Quantitative Methods in Understanding Cellular Transport Workshop
The goal of this workshop is to bring together bioscientists and mathematicians working in the area of single particle tracking and live cell imaging for a series of talks and discussions.
2019 Spring Clifford Lectures
Over the past four decades, input from geometry and analysis has been central to progress in the field of low-dimensional topology. This talk will focus on one aspect of these developments, namely the use of Yang-Mills theory, or gauge theory. These techniques were pioneered by Simon Donaldson in his work on 4-manifolds beginning in 1982, but the past ten years have seen new applications of gauge theory, and new interactions with more recent threads in the subject, particularly in 3-dimensional topology and knot theory. I’ll focus on the question of "How can we detect knottedness?" Many mathematical techniques have found application to this question, but gauge theory in particular has provided its own collection of answers, both directly and through its connection with other tools. Beyond classical knots, we will also take a look at the nearby but less-explored world of spatial graphs.
2018 Commutative Algebra and Representation Theory
The goal of this conference is to bring researchers from commutative algebra, algebraic combinatorics and representation theory together to stimulate further research interaction and collaboration across these areas.
2018 Gulf States Math Alliance Conference
Regional meeting of the National Math Alliance for Doctoral Studies in Math Sciences.More information
The LSU Center for Computation and Technology (CCT) and Tulane University's Center for Computational Science (CCS) will co-sponsor a meeting to: (1) Highlight cutting-edge topics in scientific computing, (2) showcase the research at Louisiana institutions and, (3) promote collaborations across the state of Louisiana.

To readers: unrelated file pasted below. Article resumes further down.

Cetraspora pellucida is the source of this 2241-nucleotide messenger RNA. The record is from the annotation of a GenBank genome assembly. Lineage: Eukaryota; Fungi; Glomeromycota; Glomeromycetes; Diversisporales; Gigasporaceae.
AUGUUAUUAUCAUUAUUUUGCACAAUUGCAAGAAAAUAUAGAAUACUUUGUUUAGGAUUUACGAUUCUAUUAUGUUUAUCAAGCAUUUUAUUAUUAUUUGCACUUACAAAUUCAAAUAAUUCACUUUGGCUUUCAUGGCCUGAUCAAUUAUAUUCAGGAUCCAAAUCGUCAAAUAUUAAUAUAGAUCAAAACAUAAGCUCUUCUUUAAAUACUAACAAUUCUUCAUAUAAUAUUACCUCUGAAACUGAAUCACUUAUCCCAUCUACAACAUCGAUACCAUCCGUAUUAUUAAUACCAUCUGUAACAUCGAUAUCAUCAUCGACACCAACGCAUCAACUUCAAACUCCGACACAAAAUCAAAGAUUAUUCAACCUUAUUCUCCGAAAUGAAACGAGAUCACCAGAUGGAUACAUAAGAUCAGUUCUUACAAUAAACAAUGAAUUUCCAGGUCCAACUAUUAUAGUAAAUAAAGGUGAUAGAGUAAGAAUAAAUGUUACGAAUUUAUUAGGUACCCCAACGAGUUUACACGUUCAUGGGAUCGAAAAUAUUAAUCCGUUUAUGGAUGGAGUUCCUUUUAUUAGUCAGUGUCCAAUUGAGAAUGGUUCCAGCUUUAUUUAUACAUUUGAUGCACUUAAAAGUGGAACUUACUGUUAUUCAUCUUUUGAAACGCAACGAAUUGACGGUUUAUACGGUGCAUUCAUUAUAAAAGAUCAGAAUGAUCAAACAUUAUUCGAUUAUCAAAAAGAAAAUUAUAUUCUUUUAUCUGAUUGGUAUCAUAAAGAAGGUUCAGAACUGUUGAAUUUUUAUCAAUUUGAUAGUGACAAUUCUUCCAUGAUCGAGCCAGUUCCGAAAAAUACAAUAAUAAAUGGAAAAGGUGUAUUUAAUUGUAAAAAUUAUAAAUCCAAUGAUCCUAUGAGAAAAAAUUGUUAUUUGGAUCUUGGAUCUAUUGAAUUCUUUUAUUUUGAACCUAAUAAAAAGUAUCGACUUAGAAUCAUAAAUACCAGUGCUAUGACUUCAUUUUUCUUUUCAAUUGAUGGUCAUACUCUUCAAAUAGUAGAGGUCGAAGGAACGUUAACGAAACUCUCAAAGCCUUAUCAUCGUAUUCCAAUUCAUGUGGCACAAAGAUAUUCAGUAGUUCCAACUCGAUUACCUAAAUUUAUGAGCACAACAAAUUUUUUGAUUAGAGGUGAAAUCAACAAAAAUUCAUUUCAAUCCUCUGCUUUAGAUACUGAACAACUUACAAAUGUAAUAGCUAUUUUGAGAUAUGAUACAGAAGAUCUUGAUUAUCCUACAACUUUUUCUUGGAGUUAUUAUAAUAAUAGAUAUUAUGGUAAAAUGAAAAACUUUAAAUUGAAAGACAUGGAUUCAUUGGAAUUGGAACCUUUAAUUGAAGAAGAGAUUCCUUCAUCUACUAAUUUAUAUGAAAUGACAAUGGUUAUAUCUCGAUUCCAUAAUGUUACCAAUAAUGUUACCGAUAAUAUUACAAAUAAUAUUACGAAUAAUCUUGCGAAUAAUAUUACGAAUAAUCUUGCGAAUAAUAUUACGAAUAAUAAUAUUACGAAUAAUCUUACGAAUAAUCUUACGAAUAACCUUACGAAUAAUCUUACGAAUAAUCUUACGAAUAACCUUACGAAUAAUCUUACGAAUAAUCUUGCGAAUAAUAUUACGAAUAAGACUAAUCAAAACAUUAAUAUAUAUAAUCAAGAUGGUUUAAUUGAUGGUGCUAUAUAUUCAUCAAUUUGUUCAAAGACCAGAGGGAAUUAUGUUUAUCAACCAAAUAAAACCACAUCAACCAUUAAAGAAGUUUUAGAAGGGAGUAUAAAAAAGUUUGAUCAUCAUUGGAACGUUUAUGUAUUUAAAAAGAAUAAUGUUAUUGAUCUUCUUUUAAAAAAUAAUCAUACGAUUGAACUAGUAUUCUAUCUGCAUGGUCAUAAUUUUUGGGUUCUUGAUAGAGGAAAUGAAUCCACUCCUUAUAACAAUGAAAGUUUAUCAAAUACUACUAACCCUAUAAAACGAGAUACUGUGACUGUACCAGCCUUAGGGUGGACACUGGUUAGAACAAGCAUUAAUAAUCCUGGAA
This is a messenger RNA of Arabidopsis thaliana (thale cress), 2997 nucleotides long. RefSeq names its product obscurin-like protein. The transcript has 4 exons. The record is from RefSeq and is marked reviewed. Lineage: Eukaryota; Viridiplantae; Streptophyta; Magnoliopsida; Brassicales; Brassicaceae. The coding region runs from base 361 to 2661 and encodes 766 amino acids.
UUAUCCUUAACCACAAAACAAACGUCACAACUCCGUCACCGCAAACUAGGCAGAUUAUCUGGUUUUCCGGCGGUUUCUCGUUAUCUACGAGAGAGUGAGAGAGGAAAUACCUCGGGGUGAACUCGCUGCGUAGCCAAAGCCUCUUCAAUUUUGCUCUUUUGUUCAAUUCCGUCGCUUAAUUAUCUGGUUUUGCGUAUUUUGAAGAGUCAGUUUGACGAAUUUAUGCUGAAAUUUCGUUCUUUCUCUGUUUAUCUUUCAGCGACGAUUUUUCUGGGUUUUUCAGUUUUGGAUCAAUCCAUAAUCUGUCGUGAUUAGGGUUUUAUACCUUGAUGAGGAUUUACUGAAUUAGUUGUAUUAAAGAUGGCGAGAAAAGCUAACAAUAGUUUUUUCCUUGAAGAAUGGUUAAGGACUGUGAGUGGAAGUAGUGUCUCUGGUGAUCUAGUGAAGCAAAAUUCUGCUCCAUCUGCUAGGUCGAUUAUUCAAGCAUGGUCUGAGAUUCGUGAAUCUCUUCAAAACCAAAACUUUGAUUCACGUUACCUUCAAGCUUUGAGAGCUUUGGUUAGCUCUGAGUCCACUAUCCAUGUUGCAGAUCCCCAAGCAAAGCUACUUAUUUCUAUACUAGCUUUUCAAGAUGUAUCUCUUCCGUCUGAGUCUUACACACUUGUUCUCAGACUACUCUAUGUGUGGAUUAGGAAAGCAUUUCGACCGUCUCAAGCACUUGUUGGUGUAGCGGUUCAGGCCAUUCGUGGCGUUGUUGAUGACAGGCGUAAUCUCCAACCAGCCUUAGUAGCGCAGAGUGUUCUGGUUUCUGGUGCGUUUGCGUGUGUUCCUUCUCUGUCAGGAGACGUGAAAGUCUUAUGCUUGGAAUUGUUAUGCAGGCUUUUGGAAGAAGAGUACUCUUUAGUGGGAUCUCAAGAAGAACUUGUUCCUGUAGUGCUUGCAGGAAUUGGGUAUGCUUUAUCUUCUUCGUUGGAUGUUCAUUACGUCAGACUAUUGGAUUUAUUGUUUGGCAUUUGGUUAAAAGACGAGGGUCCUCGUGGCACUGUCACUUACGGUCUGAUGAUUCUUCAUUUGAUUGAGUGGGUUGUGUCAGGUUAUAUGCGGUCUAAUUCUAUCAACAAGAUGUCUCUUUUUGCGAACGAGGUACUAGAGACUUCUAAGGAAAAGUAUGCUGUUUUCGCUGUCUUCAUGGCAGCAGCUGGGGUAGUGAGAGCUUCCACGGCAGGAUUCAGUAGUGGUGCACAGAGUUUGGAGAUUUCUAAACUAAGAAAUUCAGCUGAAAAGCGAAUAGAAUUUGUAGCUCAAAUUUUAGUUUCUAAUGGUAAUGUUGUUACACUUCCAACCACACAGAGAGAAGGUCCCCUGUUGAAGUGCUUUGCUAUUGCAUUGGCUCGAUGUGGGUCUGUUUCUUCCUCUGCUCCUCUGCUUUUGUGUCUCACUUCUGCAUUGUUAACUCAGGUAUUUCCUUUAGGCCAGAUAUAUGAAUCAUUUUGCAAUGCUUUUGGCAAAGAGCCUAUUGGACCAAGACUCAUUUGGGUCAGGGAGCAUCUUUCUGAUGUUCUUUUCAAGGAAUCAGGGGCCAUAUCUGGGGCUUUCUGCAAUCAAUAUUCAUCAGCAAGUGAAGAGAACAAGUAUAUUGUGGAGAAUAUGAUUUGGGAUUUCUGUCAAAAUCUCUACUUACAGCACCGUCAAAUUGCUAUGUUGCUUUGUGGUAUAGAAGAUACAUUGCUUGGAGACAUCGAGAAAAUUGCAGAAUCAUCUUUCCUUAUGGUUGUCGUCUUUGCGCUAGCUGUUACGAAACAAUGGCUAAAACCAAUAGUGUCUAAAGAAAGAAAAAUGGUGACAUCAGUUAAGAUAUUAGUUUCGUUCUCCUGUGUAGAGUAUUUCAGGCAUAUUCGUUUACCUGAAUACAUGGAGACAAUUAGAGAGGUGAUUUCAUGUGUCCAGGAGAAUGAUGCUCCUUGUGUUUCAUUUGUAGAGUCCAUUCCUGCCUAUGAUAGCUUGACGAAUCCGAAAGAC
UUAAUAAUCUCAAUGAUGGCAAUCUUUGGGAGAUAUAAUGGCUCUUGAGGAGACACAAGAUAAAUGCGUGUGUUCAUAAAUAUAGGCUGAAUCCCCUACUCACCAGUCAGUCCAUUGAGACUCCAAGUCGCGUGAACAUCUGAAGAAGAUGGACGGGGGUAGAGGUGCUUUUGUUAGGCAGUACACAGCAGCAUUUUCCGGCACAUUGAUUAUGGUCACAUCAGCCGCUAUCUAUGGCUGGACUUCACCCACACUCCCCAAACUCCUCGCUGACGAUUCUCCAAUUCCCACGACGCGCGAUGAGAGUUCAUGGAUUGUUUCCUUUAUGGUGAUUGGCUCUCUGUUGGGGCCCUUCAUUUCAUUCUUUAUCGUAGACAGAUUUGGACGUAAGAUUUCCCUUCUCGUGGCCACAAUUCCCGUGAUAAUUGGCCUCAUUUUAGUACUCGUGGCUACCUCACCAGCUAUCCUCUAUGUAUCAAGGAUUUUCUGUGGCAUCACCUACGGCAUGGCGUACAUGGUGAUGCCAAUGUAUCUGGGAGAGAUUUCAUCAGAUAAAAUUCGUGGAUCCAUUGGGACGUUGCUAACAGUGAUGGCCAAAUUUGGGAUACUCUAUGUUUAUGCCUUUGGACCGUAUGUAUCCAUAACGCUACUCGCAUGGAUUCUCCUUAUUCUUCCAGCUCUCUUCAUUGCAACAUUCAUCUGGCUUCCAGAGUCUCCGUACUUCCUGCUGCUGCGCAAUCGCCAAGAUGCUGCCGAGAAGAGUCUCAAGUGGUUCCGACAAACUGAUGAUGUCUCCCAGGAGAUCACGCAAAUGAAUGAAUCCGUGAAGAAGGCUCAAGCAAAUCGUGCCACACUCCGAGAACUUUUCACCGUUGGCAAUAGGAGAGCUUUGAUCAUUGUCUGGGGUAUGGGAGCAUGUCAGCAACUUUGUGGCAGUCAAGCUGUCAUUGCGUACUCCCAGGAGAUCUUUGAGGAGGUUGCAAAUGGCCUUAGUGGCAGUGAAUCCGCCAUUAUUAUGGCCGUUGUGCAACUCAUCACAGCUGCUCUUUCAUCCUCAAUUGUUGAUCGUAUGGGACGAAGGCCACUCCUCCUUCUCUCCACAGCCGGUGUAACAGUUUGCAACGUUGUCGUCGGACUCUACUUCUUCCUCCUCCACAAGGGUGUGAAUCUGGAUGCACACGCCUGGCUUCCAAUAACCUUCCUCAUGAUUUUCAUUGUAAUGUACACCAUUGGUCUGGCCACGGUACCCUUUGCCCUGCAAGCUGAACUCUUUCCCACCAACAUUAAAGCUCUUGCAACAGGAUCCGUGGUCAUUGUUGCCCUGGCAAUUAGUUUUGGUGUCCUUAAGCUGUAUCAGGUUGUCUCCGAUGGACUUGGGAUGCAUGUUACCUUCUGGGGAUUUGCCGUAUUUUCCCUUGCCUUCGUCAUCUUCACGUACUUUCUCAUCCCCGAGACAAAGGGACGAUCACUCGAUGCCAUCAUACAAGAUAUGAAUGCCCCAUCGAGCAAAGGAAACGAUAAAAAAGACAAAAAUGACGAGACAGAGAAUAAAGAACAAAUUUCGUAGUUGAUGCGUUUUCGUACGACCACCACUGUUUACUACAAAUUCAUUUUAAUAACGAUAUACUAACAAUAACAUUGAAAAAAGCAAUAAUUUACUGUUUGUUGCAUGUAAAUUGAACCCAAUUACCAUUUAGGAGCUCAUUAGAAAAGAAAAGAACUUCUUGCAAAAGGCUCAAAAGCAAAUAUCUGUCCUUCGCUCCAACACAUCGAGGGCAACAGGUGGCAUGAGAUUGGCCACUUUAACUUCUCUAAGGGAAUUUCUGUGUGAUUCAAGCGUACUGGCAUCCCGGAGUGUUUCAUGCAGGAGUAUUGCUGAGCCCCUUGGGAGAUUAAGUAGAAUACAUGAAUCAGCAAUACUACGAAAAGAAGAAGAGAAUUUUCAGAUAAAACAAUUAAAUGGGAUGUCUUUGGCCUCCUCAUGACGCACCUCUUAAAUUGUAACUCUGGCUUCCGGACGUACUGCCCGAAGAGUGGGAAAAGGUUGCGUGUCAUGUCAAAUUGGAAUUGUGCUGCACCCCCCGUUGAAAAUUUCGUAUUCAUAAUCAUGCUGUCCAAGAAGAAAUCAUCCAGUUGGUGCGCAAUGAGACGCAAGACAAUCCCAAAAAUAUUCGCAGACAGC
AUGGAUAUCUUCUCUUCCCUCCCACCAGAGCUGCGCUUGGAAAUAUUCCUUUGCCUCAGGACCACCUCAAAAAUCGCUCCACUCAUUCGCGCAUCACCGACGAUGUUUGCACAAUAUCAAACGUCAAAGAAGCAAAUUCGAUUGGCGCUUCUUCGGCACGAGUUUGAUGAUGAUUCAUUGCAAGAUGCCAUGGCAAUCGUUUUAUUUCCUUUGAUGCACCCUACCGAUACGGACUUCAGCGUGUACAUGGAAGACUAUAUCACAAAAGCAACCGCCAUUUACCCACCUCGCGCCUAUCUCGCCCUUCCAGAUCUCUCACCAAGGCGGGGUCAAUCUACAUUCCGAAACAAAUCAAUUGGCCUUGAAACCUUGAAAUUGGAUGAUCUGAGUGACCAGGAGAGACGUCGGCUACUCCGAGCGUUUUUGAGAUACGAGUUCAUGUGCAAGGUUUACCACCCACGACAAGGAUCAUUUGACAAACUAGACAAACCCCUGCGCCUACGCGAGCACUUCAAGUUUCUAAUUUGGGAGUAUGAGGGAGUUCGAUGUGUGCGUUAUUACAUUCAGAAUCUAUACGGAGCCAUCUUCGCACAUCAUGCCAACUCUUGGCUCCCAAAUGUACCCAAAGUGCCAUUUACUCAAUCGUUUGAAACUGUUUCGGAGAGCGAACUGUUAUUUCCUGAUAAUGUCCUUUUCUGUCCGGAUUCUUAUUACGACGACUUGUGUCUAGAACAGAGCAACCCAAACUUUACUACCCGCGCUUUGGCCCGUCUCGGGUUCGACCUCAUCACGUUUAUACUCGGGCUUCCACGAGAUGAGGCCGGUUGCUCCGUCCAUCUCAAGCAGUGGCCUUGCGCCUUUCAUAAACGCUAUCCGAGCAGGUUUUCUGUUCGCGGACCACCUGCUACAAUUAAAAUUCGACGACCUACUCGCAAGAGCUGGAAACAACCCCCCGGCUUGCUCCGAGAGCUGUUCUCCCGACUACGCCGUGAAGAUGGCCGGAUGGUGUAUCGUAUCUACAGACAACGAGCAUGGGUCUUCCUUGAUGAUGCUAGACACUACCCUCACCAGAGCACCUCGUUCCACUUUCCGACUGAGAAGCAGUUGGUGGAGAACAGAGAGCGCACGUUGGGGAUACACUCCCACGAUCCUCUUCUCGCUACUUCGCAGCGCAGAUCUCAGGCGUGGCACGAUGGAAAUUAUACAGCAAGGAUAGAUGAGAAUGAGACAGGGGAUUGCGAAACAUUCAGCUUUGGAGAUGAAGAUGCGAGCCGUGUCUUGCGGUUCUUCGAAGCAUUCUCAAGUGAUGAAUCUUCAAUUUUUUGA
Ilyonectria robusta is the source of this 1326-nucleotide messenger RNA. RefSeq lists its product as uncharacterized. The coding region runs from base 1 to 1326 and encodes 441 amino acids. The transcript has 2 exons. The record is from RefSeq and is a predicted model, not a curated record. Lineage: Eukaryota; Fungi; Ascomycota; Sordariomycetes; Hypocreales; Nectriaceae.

SCALA 2017 SCIENTIFIC COMPUTING AROUND LOUISIANA
Sixth Annual Winter Workshop on Neuromechanics and Dynamics of Locomotion. More information
Configuration spaces, braids and applications
Supported by the NSF and Tulane's SSE this mini series of lectures will be held in the Mathematics Department at Tulane University, New Orleans, from January 13 to January 15, 2012. The principal speaker will be Professor Frederick Cohen from the University of Rochester, who will deliver three lectures centered on the topics of the title. The lectures will be aimed at the graduate students audience.
This is an annual week-long series of talks by a distinguished mathematician. A mini-conference is held in conjunction with each of the Clifford Lecture series. A unique feature of the conference is that the other invited speakers are selected by the Clifford Lecturer.
Mathematical Foundations of Programming Semantics
This is an annual conference and workshop organized partly by Tulane University. MFPS conferences are devoted to those areas of mathematics, logic, and computer science that are related to model of computation, in general, and to the semantics of programming languages, in particular.